A brutal Crypto Winter nearly starved the NFT market—most projects couldn’t stand the cold. But there’s one that was seemingly built for the climate. It’s only fitting that it’d be Pudgy PenguinsDecrypt’s NFT project of the year.

Buzz around NFTs froze in mid-2022, and the once-lively space became very chilly indeed. Prices fell, sales collapsed, and the all-important vibes around the NFT world increasingly became frigid as collectors griped and projects saw revenue largely evaporate.

That was true for the vast majority of prominent NFT projects that pumped prior to the bear market. But Pudgy Penguins bucked the trend and only appeared to get stronger amid the brutal crypto collapse—ending the year in front of millions of people at Walmart stores across the country.

That’s in part because the project already went through its toughest times before the so-called winter set in.

“Vibes have always been good in the huddle—but especially now,” Pudgy Penguins owner and CEO Luca Netz told Decrypt. “We're in the winter season. Penguins are ice animals. Things are going well with us.”

Pudgy Penguins launched in 2021 right as the NFT market saw explosive demand, and a prominent New York Times feature helped catapult the profile picture (PFP) project into the spotlight. But as the Bored Apes and other collections gained value and broader interest in early 2022, Pudgy Penguins was mired in controversy, and some holders planned schemes to break away and “wrap” their NFTs to avoid paying royalties to the previous leadership.

In April 2022, just weeks before the bottom fell out of the broader NFT market, Netz—a serial entrepreneur—swooped in and bought the IP from the original creators for $2.5 million. When the market plunged, Netz and team were faced with the harsh reality of building with minimal resources at a time when few people wanted to buy NFTs. It was a blessing in disguise.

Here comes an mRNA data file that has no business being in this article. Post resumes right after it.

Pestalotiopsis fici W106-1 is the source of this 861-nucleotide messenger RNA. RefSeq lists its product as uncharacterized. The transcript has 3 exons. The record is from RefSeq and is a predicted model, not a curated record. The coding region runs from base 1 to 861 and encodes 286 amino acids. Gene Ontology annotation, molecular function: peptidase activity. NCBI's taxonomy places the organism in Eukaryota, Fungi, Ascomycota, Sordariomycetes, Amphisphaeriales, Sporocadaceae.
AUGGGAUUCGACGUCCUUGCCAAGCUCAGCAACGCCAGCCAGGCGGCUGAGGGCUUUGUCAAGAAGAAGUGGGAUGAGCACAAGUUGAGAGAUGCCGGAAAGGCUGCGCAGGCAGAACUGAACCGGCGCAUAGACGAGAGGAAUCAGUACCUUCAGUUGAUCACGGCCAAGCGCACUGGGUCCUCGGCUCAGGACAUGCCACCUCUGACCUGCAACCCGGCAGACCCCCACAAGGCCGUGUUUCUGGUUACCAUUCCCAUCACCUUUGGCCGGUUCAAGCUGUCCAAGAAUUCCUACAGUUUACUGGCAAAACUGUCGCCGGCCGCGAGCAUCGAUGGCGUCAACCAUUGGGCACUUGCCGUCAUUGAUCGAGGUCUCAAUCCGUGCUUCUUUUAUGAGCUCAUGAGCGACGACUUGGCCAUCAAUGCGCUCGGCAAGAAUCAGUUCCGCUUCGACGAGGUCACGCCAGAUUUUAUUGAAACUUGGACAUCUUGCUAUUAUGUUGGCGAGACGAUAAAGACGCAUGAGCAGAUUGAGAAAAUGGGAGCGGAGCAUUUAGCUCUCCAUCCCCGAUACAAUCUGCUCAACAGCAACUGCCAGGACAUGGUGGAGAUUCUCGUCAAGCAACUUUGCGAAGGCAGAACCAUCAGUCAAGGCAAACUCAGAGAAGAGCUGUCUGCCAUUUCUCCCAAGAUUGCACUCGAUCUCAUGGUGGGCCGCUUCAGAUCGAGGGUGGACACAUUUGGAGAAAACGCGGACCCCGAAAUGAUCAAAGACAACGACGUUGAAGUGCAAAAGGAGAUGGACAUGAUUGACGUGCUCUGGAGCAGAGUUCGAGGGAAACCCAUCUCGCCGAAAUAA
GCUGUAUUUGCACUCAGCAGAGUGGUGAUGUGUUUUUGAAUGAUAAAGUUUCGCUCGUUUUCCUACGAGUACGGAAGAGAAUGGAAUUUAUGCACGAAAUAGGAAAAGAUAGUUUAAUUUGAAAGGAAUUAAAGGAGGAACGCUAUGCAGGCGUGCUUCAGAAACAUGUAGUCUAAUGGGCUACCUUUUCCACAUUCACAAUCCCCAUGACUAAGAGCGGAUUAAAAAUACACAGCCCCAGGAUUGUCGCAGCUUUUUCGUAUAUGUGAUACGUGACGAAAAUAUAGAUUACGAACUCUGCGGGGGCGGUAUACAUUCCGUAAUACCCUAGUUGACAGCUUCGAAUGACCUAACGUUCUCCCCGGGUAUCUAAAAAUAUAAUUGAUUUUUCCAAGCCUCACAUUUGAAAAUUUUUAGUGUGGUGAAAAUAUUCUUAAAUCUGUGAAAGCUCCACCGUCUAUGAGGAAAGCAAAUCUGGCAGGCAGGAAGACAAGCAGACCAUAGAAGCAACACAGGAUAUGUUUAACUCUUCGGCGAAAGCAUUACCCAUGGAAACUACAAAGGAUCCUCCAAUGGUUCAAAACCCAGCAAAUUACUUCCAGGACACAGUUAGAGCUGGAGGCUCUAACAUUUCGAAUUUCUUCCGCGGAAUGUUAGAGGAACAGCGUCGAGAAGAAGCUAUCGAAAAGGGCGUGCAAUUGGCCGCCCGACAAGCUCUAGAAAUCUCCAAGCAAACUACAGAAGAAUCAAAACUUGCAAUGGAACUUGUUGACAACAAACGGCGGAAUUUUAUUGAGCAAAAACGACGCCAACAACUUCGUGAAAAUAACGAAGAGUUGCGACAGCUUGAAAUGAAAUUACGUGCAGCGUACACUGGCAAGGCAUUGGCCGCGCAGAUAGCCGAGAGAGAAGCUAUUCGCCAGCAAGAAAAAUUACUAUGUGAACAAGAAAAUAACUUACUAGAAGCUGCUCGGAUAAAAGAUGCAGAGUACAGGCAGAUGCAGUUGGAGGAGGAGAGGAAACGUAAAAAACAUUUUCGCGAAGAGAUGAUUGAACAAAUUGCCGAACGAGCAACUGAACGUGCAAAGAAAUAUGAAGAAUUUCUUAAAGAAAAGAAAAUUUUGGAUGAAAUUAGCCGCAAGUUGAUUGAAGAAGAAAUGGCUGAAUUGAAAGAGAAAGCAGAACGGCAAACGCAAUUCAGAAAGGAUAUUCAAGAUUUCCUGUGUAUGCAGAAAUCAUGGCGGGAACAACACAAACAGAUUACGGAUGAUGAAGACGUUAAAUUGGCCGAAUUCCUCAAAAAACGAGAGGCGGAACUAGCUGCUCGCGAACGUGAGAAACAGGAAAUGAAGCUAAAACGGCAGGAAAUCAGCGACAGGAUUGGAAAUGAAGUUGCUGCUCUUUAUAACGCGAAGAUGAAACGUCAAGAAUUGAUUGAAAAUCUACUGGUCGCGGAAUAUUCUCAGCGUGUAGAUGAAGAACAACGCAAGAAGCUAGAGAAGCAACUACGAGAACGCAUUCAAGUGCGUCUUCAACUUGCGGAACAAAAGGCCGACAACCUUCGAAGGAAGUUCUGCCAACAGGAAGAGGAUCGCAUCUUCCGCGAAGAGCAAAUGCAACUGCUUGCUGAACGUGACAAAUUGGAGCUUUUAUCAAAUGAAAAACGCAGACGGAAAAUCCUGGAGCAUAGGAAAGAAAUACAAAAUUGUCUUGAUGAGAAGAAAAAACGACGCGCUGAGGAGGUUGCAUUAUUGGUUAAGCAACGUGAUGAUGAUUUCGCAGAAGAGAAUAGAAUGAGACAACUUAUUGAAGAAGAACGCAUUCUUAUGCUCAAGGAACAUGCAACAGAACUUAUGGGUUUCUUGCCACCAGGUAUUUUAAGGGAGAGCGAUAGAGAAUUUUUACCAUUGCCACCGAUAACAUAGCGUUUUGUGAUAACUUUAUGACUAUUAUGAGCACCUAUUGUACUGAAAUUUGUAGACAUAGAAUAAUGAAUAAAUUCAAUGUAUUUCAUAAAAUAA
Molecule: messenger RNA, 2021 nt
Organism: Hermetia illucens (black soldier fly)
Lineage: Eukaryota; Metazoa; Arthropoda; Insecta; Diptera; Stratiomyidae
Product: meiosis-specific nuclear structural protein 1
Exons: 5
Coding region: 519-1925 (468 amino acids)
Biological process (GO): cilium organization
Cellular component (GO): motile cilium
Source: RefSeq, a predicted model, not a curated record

“The bear market was tough. But from our perspective, in hindsight, it was actually the best thing that ever happened to us,” Netz recalled. “Because we were really able to focus on the core business, which was to build an IP and not get caught in the rat race that can sometimes be a bull market.”

Netz previously told Decrypt that he treated the Pudgy Penguin like an “influencer,” and that meant getting the cartoonish avatars in front of more eyes.

His team pushed viral content to Instagram, building up a following of more than a million followers—most of whom probably don’t know about the now-$25,000+ NFTs that kick-started and still underpin the brand. Pudgy Penguins also started building a library of thousands of animated GIFs on Giphy, racking up a whopping 11 billion image views to date.

As more and more people became aware of Pudgy Penguins, the vibes returned. Serious NFT collectors started to rock a Penguin as their PFP, praising the collection for being the one of the only projects to actually gain value in the bear market. Pudgy Penguins then raised $9 million in funding, as announced in May, to fuel its next steps.